In general, you will need to wait a certain amount of time before you are eligible for a retake. The length of time can vary, but it is typically at least a few months. During this time, it is recommended that you undergo additional counseling to address any issues that came up during your initial exam.

It’s important to note that even if you are allowed to retake the exam, that does not mean that you will necessarily pass. If you failed the first time, it’s likely that there were issues with your responses that will need to be addressed before you can pass.

In any case, if you are given the opportunity to retake the exam, it’s important to take the time to review your previous exam and work with a qualified expert to identify areas where you may need additional support. By doing so, you can increase your chances of passing the exam and moving forward with your application or career with CBP.


Common Misconceptions about the CBP Polygraph Test

The CBP polygraph test can be a source of anxiety and uncertainty for many applicants. And there are a number of misconceptions about the test that can make the process seem more daunting than it actually is:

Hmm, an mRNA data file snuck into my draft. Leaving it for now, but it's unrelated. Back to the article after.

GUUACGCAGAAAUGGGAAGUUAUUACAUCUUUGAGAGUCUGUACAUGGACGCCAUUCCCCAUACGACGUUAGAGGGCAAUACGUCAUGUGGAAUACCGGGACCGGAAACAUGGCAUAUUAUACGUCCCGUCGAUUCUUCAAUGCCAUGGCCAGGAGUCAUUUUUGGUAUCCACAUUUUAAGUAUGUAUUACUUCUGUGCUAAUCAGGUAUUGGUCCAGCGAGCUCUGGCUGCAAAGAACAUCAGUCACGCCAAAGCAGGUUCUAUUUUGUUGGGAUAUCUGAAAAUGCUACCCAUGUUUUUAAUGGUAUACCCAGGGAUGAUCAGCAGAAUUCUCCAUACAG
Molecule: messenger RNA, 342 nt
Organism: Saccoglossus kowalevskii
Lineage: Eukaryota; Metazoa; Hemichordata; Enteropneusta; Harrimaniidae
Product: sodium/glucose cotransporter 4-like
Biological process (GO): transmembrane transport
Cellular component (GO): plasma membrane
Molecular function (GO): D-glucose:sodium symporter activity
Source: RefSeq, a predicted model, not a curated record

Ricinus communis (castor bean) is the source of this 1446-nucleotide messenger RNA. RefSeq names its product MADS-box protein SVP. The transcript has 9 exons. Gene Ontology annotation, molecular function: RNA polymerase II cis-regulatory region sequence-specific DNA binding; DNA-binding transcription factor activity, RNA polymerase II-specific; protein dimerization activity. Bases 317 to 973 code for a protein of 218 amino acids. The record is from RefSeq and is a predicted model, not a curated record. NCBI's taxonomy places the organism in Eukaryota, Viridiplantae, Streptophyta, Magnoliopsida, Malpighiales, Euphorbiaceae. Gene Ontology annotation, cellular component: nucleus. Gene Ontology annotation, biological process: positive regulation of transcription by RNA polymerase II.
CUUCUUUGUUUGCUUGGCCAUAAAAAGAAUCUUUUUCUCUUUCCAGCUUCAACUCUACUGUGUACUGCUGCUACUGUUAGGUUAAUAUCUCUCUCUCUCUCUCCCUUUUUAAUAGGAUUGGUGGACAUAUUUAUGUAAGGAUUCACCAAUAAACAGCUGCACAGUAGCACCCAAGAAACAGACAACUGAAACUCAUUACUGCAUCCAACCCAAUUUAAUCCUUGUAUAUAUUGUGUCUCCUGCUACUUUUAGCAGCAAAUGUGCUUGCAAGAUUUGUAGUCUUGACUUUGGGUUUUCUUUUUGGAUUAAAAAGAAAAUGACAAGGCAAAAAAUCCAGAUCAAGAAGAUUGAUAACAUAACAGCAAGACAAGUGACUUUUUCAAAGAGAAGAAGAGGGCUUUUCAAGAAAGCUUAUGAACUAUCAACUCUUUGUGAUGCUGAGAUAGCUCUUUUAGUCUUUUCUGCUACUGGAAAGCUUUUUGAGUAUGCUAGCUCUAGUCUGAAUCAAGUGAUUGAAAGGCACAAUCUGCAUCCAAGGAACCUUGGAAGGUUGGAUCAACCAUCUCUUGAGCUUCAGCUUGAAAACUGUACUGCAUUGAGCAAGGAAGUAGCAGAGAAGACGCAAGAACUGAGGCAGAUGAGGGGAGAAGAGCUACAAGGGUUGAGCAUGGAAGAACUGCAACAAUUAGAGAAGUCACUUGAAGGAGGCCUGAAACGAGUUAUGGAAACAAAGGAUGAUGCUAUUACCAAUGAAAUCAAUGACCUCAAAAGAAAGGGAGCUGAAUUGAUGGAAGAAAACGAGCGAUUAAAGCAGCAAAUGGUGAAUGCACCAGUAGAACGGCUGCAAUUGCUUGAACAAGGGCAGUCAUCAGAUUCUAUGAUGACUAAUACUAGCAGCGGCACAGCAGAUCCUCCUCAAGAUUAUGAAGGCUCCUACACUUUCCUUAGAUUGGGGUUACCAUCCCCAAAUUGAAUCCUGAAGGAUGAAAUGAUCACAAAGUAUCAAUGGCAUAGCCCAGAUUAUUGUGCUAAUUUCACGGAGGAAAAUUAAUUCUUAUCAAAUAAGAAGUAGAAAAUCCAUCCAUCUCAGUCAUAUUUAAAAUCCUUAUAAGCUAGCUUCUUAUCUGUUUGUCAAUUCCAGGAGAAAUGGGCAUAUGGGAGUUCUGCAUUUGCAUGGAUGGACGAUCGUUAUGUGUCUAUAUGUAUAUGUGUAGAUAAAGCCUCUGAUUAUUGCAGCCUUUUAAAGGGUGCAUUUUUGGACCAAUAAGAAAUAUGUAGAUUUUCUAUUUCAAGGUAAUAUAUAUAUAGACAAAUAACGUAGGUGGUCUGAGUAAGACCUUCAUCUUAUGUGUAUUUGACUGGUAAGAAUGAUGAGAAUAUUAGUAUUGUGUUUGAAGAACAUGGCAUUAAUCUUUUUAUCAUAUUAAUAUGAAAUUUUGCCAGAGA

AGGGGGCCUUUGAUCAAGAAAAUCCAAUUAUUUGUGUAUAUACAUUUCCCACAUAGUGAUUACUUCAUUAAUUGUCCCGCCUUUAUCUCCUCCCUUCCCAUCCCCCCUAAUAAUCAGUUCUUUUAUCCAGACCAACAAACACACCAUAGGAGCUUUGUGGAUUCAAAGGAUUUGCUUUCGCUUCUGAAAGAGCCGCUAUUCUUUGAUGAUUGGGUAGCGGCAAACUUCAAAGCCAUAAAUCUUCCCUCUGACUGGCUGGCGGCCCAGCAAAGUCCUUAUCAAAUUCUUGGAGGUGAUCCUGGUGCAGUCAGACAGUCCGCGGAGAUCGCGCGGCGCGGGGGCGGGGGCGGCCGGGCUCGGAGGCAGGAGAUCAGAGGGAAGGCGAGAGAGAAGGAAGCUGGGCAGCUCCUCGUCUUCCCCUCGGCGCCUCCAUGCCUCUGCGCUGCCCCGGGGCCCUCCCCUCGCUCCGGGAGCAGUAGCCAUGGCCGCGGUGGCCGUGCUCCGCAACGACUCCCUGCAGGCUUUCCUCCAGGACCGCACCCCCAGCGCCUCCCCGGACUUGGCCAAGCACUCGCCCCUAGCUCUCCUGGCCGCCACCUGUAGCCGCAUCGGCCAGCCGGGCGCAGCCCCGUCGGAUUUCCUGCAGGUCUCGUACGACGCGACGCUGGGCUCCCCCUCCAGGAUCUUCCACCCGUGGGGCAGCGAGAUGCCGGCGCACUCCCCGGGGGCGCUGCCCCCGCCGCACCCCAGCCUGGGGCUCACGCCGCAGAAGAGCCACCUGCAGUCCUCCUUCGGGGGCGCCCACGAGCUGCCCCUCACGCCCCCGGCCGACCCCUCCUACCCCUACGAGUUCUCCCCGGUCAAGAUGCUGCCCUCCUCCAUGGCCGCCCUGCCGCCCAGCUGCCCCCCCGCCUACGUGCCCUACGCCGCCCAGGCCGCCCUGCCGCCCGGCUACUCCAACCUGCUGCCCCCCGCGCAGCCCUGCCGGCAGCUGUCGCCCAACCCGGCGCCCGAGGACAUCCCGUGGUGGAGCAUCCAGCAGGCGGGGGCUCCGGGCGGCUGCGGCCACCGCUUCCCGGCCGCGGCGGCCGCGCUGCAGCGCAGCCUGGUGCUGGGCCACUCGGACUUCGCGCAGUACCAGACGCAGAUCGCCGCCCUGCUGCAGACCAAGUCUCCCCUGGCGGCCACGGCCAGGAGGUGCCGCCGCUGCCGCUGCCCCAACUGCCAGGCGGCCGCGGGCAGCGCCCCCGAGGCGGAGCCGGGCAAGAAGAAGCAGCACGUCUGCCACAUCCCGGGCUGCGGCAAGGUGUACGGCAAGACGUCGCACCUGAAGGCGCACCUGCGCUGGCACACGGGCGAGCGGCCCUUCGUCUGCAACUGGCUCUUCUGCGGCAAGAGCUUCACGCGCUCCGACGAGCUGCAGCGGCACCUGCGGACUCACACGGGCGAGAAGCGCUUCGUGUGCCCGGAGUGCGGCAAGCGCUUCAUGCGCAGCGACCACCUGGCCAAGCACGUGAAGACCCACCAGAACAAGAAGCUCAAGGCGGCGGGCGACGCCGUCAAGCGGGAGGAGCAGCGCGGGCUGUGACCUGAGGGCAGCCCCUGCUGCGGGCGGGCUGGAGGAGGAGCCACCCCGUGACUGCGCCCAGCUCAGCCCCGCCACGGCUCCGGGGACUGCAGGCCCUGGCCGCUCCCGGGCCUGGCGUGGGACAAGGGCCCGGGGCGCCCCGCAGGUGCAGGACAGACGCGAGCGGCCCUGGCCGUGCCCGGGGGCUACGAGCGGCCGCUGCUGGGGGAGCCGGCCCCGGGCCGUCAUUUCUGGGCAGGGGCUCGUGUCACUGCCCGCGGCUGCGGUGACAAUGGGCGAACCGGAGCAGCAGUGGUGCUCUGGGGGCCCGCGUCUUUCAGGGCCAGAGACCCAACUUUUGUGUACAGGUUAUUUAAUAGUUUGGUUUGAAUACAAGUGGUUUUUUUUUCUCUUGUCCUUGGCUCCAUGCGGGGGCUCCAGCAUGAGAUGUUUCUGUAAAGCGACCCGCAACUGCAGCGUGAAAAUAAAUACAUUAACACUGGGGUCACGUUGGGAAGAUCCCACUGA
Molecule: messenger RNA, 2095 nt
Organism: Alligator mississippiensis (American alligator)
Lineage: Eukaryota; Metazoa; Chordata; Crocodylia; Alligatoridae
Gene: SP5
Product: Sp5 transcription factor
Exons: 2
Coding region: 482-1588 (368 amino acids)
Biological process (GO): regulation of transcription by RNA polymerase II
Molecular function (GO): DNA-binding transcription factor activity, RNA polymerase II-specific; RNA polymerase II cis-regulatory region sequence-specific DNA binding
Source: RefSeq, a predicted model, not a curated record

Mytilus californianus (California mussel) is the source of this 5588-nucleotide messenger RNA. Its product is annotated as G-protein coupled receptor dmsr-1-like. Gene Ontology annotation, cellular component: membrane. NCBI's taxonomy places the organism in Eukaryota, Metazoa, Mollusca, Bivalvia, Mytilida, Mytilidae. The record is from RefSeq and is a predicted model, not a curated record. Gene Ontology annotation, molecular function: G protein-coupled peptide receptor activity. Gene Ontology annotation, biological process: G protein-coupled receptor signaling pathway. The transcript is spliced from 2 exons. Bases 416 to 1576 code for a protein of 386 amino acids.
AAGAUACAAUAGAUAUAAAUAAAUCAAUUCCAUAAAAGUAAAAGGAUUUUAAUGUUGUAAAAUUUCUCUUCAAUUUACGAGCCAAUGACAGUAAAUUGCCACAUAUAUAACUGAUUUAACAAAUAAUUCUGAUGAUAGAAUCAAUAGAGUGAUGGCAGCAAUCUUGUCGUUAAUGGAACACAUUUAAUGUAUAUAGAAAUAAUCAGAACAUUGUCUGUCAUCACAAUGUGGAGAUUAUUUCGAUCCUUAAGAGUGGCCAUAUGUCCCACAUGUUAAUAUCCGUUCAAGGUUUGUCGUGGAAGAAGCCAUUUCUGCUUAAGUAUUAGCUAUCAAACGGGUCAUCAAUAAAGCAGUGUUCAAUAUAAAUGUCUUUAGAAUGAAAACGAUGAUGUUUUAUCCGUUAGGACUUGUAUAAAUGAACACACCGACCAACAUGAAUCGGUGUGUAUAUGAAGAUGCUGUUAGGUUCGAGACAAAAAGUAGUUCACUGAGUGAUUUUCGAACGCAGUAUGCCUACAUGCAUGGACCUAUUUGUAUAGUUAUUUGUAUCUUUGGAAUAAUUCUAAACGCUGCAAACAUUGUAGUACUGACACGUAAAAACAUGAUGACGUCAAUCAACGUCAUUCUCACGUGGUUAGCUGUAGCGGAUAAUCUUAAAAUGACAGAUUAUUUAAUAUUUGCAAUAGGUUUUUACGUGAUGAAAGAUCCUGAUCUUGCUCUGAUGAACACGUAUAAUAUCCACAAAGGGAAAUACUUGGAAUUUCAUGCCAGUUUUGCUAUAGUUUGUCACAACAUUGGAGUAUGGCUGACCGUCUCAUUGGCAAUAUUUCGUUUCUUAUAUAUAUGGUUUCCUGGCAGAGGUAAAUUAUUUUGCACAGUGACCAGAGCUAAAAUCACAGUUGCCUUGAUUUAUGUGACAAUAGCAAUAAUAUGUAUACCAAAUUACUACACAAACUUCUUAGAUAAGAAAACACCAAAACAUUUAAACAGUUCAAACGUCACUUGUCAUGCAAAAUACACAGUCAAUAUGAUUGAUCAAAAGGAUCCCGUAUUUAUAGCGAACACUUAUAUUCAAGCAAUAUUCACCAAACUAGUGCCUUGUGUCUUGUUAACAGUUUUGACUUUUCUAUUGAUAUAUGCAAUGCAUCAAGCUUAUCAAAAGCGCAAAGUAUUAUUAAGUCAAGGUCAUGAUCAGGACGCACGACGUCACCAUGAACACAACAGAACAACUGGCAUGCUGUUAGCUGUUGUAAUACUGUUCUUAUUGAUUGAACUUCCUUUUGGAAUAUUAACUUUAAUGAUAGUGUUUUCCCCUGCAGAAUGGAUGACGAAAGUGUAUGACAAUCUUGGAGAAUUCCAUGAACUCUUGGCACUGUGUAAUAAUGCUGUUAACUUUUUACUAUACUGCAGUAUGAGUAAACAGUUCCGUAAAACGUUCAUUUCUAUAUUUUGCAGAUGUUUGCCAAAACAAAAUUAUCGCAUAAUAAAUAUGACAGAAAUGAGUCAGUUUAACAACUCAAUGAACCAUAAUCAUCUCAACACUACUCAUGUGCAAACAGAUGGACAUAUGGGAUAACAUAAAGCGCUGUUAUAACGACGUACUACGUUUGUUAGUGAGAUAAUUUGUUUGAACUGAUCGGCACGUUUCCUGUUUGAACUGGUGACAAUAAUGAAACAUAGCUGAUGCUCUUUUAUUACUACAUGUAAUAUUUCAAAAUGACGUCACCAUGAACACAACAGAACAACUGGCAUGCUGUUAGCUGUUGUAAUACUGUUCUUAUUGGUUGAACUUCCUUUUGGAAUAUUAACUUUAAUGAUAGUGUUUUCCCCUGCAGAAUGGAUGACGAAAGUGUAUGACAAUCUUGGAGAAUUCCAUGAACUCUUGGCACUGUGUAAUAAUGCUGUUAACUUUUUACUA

Misconception #1: The polygraph test is infallible and always accurate.

Contrary to some beliefs, the polygraph test is not 100% accurate. While it is a useful tool for identifying deceptive behavior, it is not foolproof. The accuracy of the test can be affected by a number of factors, including the skill and experience of the examiner, the specific questions asked during the test, and the physiological responses of the examinee.

Misconception #2: You can “beat” the polygraph test by manipulating your physiological responses.

Some people believe that they can manipulate their physiological responses to “beat” the polygraph test. However, this is simply close to impossible. While it is possible to control your breathing or heart rate to some extent, the examiners are trained to detect such attempts and can usually identify when an examinee is attempting to manipulate their responses.

Misconception #3: The polygraph test is primarily designed to trick people into confessing.